The commuter train that derailed in the Bronx on Sunday was equipped with a safety system designed to keep the engineer alert, but it wasn't installed in the cab from which he was controlling the train, the Metropolitan Transportation Authority confirmed Thursday.
Instead, the device was in the cab at the other end of the train.
The engineer, William Rockefeller, who drove the Metro-North Railroad train that went off the rails, leaving four passengers dead, experienced a momentary loss of awareness as he sped toward a curve at 82 mph in a 30-mph zone, according to his lawyer, a union representative and officials.
The safety system, known as an alerter, sounds an alarm when an engineer remains idle for 25 seconds while the train is in motion, said Aaron Donovan, a spokesman for the MTA. The engineer has 15 seconds to respond to the alarm by hitting a button. If the engineer fails to do so within that time, the system automatically applies the brakes.
"The alerter requires the engineer to check in to ensure that he is awake and alert," said Donovan. The system knows when the engineer is engaged if he moves the throttle or controller slightly, he said.
The 5:54 a.m. Poughkeepsie train bound for Grand Central Terminal in Manhattan shot off the tracks just north of the Spuyten Duyvil station and skidded to the edge of the Harlem River about 7:20 a.m. Sunday. In addition to those killed, 63 others were injured.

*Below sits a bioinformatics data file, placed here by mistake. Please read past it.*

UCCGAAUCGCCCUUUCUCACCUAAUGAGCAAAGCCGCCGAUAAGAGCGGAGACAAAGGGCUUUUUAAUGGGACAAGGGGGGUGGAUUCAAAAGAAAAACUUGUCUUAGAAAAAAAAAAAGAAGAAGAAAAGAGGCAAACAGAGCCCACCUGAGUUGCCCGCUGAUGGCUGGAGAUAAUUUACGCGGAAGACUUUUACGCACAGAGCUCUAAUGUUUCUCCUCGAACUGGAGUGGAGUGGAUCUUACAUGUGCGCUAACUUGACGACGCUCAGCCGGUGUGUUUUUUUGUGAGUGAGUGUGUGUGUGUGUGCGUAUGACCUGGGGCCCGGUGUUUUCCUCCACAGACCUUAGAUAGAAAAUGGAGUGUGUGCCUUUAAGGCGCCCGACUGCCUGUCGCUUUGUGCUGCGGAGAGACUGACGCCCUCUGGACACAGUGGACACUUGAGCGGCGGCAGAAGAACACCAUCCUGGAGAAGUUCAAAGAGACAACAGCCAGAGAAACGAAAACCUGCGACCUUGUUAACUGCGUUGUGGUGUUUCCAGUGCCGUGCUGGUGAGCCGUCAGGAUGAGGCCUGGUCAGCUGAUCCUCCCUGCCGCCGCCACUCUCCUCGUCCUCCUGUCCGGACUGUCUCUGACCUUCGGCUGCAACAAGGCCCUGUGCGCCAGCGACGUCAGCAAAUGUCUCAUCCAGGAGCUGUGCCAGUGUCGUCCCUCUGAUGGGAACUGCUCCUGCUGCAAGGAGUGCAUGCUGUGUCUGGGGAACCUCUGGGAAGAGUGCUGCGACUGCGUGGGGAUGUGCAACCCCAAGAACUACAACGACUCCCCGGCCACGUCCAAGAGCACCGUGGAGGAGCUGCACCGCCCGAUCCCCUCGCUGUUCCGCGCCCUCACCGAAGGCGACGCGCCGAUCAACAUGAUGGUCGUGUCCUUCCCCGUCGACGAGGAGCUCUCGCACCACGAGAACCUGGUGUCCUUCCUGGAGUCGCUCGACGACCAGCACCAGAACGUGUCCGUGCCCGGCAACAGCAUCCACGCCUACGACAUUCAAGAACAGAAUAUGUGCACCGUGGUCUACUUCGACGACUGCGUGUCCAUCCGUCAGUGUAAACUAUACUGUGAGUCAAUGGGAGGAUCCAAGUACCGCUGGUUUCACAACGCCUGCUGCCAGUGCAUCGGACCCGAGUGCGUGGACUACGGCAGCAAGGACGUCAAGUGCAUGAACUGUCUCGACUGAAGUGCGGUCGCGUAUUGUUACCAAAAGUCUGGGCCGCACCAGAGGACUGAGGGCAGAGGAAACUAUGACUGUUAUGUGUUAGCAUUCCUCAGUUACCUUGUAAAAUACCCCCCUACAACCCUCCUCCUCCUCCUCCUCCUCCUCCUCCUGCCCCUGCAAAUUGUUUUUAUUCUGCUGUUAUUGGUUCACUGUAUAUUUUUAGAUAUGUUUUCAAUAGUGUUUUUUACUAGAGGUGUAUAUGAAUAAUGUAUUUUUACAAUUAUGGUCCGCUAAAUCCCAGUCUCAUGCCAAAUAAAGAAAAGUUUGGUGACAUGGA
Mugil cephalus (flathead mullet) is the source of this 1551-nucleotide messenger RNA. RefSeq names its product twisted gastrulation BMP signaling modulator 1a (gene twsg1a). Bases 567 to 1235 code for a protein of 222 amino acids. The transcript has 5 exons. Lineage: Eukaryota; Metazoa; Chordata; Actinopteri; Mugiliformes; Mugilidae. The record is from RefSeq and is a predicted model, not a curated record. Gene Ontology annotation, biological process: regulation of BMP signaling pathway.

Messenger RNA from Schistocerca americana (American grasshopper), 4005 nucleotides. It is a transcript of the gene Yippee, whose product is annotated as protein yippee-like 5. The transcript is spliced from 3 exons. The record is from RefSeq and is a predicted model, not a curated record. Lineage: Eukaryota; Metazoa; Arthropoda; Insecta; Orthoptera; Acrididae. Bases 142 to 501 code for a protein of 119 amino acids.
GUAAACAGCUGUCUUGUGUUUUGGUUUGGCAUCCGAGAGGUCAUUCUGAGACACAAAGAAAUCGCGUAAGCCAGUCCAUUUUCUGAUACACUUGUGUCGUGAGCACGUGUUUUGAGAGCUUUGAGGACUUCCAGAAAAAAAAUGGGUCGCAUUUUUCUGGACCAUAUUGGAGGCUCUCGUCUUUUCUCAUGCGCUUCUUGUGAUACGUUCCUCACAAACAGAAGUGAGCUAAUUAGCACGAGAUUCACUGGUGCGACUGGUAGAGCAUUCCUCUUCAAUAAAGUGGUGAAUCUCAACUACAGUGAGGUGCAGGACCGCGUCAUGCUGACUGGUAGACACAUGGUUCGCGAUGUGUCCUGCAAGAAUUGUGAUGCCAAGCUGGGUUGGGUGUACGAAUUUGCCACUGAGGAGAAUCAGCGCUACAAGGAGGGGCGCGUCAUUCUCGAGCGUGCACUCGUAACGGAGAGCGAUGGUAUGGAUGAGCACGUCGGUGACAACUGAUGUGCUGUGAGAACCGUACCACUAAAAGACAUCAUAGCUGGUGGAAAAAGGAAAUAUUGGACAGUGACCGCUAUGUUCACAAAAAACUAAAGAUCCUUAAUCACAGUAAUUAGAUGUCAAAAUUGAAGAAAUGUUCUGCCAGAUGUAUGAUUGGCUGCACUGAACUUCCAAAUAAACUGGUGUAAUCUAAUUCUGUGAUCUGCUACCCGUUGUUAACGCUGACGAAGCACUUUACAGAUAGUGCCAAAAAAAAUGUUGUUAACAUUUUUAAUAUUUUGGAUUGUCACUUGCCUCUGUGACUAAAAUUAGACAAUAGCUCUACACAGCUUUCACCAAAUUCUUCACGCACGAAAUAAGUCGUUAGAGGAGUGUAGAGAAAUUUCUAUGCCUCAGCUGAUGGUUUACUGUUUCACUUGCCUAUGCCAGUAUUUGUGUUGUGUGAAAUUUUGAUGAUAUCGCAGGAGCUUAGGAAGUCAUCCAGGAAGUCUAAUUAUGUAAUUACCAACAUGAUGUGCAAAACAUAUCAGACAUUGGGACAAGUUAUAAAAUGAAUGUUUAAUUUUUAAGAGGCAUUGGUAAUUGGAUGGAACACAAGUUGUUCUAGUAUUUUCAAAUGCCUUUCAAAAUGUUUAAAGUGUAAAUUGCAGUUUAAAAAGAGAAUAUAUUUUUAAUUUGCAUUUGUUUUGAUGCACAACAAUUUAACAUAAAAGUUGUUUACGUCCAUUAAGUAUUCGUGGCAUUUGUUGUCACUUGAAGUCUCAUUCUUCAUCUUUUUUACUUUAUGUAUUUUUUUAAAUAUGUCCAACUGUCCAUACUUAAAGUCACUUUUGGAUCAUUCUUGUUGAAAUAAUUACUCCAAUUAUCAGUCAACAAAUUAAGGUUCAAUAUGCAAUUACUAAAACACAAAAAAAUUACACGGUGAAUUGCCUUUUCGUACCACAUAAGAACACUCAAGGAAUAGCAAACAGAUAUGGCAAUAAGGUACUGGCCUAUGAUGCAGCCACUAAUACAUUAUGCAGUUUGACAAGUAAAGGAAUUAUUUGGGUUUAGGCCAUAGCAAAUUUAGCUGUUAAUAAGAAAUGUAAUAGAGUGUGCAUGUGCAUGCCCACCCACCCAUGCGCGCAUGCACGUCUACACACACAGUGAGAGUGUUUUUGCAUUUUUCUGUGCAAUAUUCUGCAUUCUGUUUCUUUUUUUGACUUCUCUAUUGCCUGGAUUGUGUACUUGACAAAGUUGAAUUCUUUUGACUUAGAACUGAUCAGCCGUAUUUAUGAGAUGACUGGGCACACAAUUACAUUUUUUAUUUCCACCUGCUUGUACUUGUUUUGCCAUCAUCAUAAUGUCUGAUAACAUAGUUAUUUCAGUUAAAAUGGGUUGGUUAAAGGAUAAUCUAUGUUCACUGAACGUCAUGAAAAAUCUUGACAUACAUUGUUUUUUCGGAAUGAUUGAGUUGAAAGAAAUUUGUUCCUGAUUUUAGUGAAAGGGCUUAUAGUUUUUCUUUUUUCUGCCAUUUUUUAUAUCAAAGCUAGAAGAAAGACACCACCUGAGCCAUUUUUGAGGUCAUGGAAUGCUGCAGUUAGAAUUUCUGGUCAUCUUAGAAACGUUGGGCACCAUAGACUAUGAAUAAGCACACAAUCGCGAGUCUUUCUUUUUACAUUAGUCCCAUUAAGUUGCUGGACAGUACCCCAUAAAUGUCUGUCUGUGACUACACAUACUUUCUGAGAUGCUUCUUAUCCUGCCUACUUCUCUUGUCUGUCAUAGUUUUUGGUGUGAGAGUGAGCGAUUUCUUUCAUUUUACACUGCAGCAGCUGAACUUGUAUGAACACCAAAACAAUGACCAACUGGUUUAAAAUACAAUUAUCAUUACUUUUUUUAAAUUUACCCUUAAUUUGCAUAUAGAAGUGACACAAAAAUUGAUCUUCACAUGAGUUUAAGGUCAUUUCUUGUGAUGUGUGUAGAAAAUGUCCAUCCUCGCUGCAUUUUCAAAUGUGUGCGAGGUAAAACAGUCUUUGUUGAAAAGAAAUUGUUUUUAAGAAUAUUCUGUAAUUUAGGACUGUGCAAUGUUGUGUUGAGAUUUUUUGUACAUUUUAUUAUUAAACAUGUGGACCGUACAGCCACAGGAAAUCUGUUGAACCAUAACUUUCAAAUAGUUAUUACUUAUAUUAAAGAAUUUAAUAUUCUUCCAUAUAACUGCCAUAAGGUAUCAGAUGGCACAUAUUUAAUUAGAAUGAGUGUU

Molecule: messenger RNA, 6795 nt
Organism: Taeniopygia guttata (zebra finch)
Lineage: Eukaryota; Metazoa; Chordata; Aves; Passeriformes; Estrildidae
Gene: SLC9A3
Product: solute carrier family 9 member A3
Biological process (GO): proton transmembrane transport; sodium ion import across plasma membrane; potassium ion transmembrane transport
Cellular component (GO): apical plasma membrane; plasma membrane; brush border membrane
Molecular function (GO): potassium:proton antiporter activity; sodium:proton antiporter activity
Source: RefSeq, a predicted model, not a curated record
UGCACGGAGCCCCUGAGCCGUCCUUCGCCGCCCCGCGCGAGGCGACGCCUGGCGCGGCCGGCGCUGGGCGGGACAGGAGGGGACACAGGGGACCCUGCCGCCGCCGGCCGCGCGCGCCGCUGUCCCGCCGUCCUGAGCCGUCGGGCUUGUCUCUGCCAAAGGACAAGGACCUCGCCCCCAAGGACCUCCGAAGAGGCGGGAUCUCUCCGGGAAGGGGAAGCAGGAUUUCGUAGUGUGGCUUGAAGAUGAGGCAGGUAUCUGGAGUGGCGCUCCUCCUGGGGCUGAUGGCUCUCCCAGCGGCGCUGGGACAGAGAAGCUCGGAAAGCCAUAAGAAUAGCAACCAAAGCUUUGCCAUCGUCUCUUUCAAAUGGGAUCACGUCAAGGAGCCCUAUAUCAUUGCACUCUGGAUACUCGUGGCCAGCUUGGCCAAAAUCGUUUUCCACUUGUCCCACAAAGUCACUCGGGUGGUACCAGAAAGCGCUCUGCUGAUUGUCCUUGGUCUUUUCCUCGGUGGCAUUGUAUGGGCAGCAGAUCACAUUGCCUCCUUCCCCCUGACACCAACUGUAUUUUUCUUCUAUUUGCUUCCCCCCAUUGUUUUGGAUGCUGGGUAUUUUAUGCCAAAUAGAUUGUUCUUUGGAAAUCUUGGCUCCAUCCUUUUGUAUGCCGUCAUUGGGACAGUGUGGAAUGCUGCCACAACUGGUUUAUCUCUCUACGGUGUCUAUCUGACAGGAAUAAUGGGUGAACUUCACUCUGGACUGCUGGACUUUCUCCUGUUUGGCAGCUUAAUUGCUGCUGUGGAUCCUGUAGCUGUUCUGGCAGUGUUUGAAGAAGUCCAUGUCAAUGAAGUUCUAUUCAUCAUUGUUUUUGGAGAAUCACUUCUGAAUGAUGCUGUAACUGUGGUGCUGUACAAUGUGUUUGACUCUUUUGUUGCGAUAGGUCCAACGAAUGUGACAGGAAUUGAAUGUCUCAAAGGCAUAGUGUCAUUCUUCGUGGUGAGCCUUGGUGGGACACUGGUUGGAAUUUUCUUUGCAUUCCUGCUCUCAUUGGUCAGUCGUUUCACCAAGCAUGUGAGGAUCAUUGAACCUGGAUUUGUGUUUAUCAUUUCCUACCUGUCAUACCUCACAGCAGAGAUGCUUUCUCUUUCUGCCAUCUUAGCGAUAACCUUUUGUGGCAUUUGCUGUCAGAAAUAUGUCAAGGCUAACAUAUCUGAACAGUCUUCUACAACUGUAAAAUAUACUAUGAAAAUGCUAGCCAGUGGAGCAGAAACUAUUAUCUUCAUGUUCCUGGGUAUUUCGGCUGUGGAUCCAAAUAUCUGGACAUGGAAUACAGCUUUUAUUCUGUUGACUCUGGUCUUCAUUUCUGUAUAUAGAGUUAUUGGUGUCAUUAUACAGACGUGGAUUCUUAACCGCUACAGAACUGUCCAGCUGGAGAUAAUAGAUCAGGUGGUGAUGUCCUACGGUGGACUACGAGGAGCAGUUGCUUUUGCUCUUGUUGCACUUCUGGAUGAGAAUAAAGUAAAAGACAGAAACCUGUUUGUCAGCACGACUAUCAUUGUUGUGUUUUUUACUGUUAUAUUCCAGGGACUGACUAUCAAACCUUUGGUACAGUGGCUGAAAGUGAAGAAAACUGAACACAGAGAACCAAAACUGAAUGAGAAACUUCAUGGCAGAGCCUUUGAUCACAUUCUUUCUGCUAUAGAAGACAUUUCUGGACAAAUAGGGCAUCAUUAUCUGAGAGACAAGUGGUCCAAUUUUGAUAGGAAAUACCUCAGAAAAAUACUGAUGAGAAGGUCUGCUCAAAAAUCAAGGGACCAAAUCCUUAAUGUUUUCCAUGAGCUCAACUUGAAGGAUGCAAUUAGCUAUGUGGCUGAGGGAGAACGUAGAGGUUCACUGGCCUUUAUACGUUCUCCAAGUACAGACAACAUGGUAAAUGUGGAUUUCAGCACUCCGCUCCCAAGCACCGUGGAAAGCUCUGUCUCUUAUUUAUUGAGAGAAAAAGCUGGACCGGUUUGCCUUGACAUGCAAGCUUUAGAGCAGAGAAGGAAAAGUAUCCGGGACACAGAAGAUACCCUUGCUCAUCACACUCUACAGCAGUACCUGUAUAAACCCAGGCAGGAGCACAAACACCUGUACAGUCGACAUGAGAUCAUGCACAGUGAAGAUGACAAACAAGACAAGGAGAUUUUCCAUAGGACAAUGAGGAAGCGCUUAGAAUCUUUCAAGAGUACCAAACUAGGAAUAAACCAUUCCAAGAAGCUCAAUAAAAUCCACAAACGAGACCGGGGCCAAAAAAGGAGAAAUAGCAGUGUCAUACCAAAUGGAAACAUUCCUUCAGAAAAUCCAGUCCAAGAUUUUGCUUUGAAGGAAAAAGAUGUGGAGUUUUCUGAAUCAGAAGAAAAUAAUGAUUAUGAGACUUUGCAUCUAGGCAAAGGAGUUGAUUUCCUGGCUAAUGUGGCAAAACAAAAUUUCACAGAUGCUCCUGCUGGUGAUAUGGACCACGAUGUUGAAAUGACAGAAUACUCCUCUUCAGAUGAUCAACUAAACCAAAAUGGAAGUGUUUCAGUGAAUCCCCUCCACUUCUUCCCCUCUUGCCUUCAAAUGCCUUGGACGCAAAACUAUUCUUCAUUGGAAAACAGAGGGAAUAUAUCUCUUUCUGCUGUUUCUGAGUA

The derailed train, a diesel locomotive, was set up in a push-pull configuration, Donovan said. When the train headed north it was pulled by the locomotive and the engineer would have been in the cab with the alerter. When it headed south, it was pushed by the locomotive and the engineer was in the opposite end.
Donovan noted that the cab in which Rockefeller was operating was equipped with another type of safety feature known as "dead man's pedal" designed to slow the train and eventually bring it to a stop if the operator loses consciousness.
The alerter has been installed in the new electric trains as mandated by the federal government in 2002, Donovan said. Long Island Rail Road trains, which consist of mostly M-7 cars, he said, have alerters at both ends.
Federal officials have ordered the MTA to do more to improve safety, including creating a system whereby employees can report problems without fear of retribution.
This week, the National Transportation Safety Board, which is investigating the cause of the crash, said the train's brakes or rail signals were functioning properly, and alcohol tests on Rockefeller and crew members were negative.
Meanwhile, the MTA has received six notices of claims -- the first step in filing a lawsuit against a governmental entity -- from riders of the ill-fated train, said Donovan.